The Brazilian Tinamou, Crypturellus strigulosus, is a type of Tinamou found in lowland moist forest in subtropical and tropical regions of Amazonian South America.
Crypturellus is formed from three Latin or Greek words. kruptos meaning covered or hidden, oura meaning tail, and ellus meaning diminutive. Therefore Crypturellus means small hidden tail.
All tinamou are from the family Tinamidae, and in the larger scheme are also Ratites. Unlike other Ratites, Tinamous can fly, although in general, they are not strong fliers. All ratites evolved from prehistoric flying birds, and Tinamous are the closest living relative of these birds.
The Brazilian Tinamou is approximately 28 cm (11 in) in length. It has reddish-brown upper parts, rufous throat, grey breast, whitish belly, and brown legs. The female has a distinct black barring and is ochraceous on its upper parts.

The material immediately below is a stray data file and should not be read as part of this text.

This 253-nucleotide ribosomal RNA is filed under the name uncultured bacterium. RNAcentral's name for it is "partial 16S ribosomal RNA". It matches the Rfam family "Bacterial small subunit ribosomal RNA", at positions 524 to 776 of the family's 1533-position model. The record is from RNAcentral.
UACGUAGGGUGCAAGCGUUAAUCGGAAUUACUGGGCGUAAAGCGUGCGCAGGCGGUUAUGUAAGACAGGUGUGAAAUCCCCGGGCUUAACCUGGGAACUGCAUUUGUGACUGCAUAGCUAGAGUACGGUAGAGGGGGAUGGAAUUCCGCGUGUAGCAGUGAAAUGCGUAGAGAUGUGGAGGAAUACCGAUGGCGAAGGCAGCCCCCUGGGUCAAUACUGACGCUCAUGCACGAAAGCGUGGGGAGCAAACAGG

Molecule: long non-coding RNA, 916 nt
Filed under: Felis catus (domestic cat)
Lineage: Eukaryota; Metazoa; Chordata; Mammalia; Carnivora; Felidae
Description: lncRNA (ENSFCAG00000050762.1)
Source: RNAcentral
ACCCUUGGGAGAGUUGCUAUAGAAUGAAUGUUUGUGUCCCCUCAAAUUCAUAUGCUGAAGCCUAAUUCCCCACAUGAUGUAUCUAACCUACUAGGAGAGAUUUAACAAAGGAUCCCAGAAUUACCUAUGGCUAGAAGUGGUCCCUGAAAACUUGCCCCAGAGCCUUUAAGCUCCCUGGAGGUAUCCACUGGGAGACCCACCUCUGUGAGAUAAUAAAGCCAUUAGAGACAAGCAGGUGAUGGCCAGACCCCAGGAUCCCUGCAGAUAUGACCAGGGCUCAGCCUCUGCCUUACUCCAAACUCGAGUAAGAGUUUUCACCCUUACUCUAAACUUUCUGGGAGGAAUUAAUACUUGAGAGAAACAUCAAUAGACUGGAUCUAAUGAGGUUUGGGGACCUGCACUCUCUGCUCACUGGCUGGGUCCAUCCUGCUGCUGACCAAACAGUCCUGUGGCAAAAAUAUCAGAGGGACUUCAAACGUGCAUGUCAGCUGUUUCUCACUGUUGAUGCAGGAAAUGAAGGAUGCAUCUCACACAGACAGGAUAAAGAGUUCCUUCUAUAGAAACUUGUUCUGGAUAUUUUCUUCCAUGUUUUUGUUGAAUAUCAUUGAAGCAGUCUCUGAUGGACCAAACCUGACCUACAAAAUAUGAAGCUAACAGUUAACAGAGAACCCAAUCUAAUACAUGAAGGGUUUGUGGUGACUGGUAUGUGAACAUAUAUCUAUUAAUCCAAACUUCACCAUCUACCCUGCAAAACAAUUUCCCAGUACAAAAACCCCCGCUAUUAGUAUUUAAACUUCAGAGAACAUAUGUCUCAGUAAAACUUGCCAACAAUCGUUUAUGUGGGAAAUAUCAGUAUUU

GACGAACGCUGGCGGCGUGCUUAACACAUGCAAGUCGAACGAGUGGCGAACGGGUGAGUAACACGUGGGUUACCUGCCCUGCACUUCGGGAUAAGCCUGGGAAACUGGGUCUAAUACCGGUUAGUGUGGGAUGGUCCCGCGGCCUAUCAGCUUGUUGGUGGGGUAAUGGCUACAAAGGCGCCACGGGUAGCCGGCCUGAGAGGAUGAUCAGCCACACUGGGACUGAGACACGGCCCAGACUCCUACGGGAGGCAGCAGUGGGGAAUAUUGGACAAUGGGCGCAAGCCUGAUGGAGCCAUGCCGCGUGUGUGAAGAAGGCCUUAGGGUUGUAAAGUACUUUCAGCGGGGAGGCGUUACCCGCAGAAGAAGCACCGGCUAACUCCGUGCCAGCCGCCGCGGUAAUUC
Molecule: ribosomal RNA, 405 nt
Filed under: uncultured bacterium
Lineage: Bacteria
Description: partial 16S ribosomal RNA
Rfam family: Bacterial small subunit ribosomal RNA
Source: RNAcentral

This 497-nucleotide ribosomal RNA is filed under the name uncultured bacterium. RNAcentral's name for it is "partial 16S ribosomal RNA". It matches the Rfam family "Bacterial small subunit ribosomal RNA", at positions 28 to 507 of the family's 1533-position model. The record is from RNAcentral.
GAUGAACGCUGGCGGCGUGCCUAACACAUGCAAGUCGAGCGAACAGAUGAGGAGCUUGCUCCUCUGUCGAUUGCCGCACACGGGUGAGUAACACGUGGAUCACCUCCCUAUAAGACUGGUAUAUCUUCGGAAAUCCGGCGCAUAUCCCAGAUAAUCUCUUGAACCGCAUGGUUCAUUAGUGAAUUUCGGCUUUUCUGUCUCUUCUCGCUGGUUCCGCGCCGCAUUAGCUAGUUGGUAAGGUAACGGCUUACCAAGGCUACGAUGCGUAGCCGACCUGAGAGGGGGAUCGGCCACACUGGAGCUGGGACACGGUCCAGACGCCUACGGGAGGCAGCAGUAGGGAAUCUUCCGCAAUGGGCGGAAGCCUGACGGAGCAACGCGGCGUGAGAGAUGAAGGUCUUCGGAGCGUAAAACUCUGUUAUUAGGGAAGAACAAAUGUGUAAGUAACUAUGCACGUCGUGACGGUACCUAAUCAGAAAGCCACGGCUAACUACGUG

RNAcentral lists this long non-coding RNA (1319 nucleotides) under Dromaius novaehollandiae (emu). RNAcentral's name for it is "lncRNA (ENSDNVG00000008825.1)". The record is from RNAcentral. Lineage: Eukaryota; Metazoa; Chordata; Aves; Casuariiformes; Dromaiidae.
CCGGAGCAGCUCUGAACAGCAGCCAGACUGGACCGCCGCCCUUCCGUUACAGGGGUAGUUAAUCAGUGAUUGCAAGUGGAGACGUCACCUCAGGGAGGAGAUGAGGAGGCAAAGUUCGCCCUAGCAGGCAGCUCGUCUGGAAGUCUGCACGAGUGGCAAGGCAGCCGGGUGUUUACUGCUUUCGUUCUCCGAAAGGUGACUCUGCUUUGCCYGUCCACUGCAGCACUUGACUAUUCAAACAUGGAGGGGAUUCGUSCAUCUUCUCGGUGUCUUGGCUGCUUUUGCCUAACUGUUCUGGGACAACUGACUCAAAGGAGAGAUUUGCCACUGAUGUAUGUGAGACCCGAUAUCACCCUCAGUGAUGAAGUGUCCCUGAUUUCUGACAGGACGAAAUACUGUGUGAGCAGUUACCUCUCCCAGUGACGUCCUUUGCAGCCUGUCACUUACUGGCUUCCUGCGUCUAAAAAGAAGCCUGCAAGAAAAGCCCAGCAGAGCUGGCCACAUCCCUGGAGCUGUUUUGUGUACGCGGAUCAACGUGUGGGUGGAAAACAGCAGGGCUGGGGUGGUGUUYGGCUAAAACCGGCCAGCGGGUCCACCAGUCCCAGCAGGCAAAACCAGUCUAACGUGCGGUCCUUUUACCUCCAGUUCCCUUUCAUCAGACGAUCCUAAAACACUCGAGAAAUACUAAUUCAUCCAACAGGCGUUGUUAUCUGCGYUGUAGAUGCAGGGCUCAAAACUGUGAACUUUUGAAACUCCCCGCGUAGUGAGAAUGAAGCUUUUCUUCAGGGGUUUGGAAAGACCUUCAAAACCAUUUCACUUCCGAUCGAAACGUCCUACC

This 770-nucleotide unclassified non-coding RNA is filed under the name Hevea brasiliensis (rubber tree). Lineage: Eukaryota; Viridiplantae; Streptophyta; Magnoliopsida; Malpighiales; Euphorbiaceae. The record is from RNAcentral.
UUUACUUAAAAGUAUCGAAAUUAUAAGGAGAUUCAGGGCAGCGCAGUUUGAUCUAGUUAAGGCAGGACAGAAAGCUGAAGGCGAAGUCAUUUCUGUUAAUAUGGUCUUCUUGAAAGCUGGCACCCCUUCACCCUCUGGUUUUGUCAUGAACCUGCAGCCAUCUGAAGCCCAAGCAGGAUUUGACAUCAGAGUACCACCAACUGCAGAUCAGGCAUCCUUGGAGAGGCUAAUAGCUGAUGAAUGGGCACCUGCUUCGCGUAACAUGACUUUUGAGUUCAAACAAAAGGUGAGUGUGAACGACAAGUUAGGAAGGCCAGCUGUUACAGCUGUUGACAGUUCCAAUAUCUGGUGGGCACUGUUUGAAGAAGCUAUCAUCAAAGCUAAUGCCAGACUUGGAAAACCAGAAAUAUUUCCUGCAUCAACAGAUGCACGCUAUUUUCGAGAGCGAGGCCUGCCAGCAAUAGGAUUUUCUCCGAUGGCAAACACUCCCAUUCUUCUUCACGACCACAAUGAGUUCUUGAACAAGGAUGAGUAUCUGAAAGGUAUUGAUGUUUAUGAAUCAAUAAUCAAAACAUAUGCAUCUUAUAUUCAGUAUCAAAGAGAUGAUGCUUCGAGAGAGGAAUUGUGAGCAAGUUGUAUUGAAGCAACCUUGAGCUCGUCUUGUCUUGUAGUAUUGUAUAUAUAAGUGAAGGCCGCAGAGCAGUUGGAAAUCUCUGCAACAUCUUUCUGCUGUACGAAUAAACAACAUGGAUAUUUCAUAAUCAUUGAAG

Like other Tinamous, the Brazilian Tinamou eats fruit off the ground or low-lying bushes. They also eat small amounts of invertebrates, flower buds, tender leaves, seeds, and roots. The male incubates the eggs which may come from as many as 4 different females, and then will raise them until they are ready to be on their own, usually 2-3 weeks. The nest is located on the ground in dense brush or between raised root buttresses.
Range and habitat
The Brazilian Tinamou lives in tropical or sub-tropical lowland moist forest up to 500 m (1,600 ft). This species is native to northwestern Bolivia, southern Amazonian Brazil and eastern Peru.
The IUCN list this bird as Least Concern, with an occurrence range of 2,600,000 km2 (1,000,000 sq mi).